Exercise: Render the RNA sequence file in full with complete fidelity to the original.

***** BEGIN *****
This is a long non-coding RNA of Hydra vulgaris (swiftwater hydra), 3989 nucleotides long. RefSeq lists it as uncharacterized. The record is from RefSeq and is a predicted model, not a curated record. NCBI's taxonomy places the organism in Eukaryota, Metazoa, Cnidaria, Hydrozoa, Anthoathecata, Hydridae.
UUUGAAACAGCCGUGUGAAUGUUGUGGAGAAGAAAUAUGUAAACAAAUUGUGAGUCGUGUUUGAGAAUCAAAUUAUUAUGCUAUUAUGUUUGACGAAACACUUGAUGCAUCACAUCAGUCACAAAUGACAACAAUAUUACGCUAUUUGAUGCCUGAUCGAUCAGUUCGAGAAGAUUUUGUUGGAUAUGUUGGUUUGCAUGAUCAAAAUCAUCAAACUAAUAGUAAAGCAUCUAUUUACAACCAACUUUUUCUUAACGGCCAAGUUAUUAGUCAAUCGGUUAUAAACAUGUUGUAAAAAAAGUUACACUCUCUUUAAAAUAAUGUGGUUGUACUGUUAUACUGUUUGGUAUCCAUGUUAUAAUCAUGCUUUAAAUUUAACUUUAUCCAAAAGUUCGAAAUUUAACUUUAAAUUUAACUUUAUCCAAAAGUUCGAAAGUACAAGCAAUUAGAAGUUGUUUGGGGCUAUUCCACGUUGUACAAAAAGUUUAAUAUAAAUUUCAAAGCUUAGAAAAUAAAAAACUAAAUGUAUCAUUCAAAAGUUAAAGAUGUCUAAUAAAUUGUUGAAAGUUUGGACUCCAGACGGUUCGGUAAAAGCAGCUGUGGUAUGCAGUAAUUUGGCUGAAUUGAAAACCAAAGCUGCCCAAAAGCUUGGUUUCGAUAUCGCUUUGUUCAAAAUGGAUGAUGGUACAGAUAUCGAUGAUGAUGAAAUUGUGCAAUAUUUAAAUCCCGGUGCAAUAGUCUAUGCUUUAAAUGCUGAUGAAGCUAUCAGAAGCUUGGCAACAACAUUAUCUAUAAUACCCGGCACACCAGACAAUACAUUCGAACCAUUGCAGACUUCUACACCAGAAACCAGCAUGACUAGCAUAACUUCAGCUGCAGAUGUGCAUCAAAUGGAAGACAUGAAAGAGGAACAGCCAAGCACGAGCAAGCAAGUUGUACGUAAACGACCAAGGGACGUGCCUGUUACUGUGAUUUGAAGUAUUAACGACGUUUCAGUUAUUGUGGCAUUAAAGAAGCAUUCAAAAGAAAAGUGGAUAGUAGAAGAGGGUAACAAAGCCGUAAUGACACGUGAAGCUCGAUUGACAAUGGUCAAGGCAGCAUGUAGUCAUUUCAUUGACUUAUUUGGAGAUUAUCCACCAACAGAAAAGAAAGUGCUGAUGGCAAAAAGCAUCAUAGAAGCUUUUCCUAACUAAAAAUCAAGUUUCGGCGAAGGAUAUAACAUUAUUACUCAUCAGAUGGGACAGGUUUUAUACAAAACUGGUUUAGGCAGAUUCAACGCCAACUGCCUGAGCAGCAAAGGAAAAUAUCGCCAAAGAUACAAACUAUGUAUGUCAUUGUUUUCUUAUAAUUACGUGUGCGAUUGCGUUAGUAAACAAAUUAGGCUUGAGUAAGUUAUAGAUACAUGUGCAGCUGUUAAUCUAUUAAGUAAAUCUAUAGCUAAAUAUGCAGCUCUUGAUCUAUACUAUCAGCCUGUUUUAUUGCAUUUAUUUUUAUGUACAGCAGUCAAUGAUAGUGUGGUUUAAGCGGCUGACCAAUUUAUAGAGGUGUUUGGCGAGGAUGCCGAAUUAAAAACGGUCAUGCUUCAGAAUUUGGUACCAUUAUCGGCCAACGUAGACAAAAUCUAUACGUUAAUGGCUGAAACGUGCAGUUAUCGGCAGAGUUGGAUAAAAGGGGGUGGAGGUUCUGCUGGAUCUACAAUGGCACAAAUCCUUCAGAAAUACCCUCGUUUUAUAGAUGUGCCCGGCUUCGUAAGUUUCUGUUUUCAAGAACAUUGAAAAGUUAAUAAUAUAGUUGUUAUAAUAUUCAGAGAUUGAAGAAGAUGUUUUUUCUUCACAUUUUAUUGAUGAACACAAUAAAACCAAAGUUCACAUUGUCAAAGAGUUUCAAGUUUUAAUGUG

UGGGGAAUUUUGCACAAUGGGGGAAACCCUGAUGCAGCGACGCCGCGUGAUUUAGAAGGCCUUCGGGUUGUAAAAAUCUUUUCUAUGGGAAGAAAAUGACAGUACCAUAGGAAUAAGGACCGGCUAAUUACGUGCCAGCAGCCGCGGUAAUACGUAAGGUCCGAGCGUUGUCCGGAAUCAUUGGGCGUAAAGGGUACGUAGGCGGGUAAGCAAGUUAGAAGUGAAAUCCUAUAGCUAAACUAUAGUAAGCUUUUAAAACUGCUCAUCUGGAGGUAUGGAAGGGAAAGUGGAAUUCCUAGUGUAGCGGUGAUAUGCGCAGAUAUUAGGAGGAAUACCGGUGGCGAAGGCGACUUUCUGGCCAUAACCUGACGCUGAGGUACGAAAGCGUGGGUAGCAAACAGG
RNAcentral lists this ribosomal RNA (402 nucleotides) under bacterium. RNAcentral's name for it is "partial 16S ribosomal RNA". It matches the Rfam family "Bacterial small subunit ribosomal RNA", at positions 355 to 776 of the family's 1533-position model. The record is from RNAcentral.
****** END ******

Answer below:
This is a long non-coding RNA of Hydra vulgaris (swiftwater hydra), 3989 nucleotides long. RefSeq lists it as uncharacterized. The record is from RefSeq and is a predicted model, not a curated record. NCBI's taxonomy places the organism in Eukaryota, Metazoa, Cnidaria, Hydrozoa, Anthoathecata, Hydridae.
UUUGAAACAGCCGUGUGAAUGUUGUGGAGAAGAAAUAUGUAAACAAAUUGUGAGUCGUGUUUGAGAAUCAAAUUAUUAUGCUAUUAUGUUUGACGAAACACUUGAUGCAUCACAUCAGUCACAAAUGACAACAAUAUUACGCUAUUUGAUGCCUGAUCGAUCAGUUCGAGAAGAUUUUGUUGGAUAUGUUGGUUUGCAUGAUCAAAAUCAUCAAACUAAUAGUAAAGCAUCUAUUUACAACCAACUUUUUCUUAACGGCCAAGUUAUUAGUCAAUCGGUUAUAAACAUGUUGUAAAAAAAGUUACACUCUCUUUAAAAUAAUGUGGUUGUACUGUUAUACUGUUUGGUAUCCAUGUUAUAAUCAUGCUUUAAAUUUAACUUUAUCCAAAAGUUCGAAAUUUAACUUUAAAUUUAACUUUAUCCAAAAGUUCGAAAGUACAAGCAAUUAGAAGUUGUUUGGGGCUAUUCCACGUUGUACAAAAAGUUUAAUAUAAAUUUCAAAGCUUAGAAAAUAAAAAACUAAAUGUAUCAUUCAAAAGUUAAAGAUGUCUAAUAAAUUGUUGAAAGUUUGGACUCCAGACGGUUCGGUAAAAGCAGCUGUGGUAUGCAGUAAUUUGGCUGAAUUGAAAACCAAAGCUGCCCAAAAGCUUGGUUUCGAUAUCGCUUUGUUCAAAAUGGAUGAUGGUACAGAUAUCGAUGAUGAUGAAAUUGUGCAAUAUUUAAAUCCCGGUGCAAUAGUCUAUGCUUUAAAUGCUGAUGAAGCUAUCAGAAGCUUGGCAACAACAUUAUCUAUAAUACCCGGCACACCAGACAAUACAUUCGAACCAUUGCAGACUUCUACACCAGAAACCAGCAUGACUAGCAUAACUUCAGCUGCAGAUGUGCAUCAAAUGGAAGACAUGAAAGAGGAACAGCCAAGCACGAGCAAGCAAGUUGUACGUAAACGACCAAGGGACGUGCCUGUUACUGUGAUUUGAAGUAUUAACGACGUUUCAGUUAUUGUGGCAUUAAAGAAGCAUUCAAAAGAAAAGUGGAUAGUAGAAGAGGGUAACAAAGCCGUAAUGACACGUGAAGCUCGAUUGACAAUGGUCAAGGCAGCAUGUAGUCAUUUCAUUGACUUAUUUGGAGAUUAUCCACCAACAGAAAAGAAAGUGCUGAUGGCAAAAAGCAUCAUAGAAGCUUUUCCUAACUAAAAAUCAAGUUUCGGCGAAGGAUAUAACAUUAUUACUCAUCAGAUGGGACAGGUUUUAUACAAAACUGGUUUAGGCAGAUUCAACGCCAACUGCCUGAGCAGCAAAGGAAAAUAUCGCCAAAGAUACAAACUAUGUAUGUCAUUGUUUUCUUAUAAUUACGUGUGCGAUUGCGUUAGUAAACAAAUUAGGCUUGAGUAAGUUAUAGAUACAUGUGCAGCUGUUAAUCUAUUAAGUAAAUCUAUAGCUAAAUAUGCAGCUCUUGAUCUAUACUAUCAGCCUGUUUUAUUGCAUUUAUUUUUAUGUACAGCAGUCAAUGAUAGUGUGGUUUAAGCGGCUGACCAAUUUAUAGAGGUGUUUGGCGAGGAUGCCGAAUUAAAAACGGUCAUGCUUCAGAAUUUGGUACCAUUAUCGGCCAACGUAGACAAAAUCUAUACGUUAAUGGCUGAAACGUGCAGUUAUCGGCAGAGUUGGAUAAAAGGGGGUGGAGGUUCUGCUGGAUCUACAAUGGCACAAAUCCUUCAGAAAUACCCUCGUUUUAUAGAUGUGCCCGGCUUCGUAAGUUUCUGUUUUCAAGAACAUUGAAAAGUUAAUAAUAUAGUUGUUAUAAUAUUCAGAGAUUGAAGAAGAUGUUUUUUCUUCACAUUUUAUUGAUGAACACAAUAAAACCAAAGUUCACAUUGUCAAAGAGUUUCAAGUUUUAAUGUG

UGGGGAAUUUUGCACAAUGGGGGAAACCCUGAUGCAGCGACGCCGCGUGAUUUAGAAGGCCUUCGGGUUGUAAAAAUCUUUUCUAUGGGAAGAAAAUGACAGUACCAUAGGAAUAAGGACCGGCUAAUUACGUGCCAGCAGCCGCGGUAAUACGUAAGGUCCGAGCGUUGUCCGGAAUCAUUGGGCGUAAAGGGUACGUAGGCGGGUAAGCAAGUUAGAAGUGAAAUCCUAUAGCUAAACUAUAGUAAGCUUUUAAAACUGCUCAUCUGGAGGUAUGGAAGGGAAAGUGGAAUUCCUAGUGUAGCGGUGAUAUGCGCAGAUAUUAGGAGGAAUACCGGUGGCGAAGGCGACUUUCUGGCCAUAACCUGACGCUGAGGUACGAAAGCGUGGGUAGCAAACAGG
RNAcentral lists this ribosomal RNA (402 nucleotides) under bacterium. RNAcentral's name for it is "partial 16S ribosomal RNA". It matches the Rfam family "Bacterial small subunit ribosomal RNA", at positions 355 to 776 of the family's 1533-position model. The record is from RNAcentral.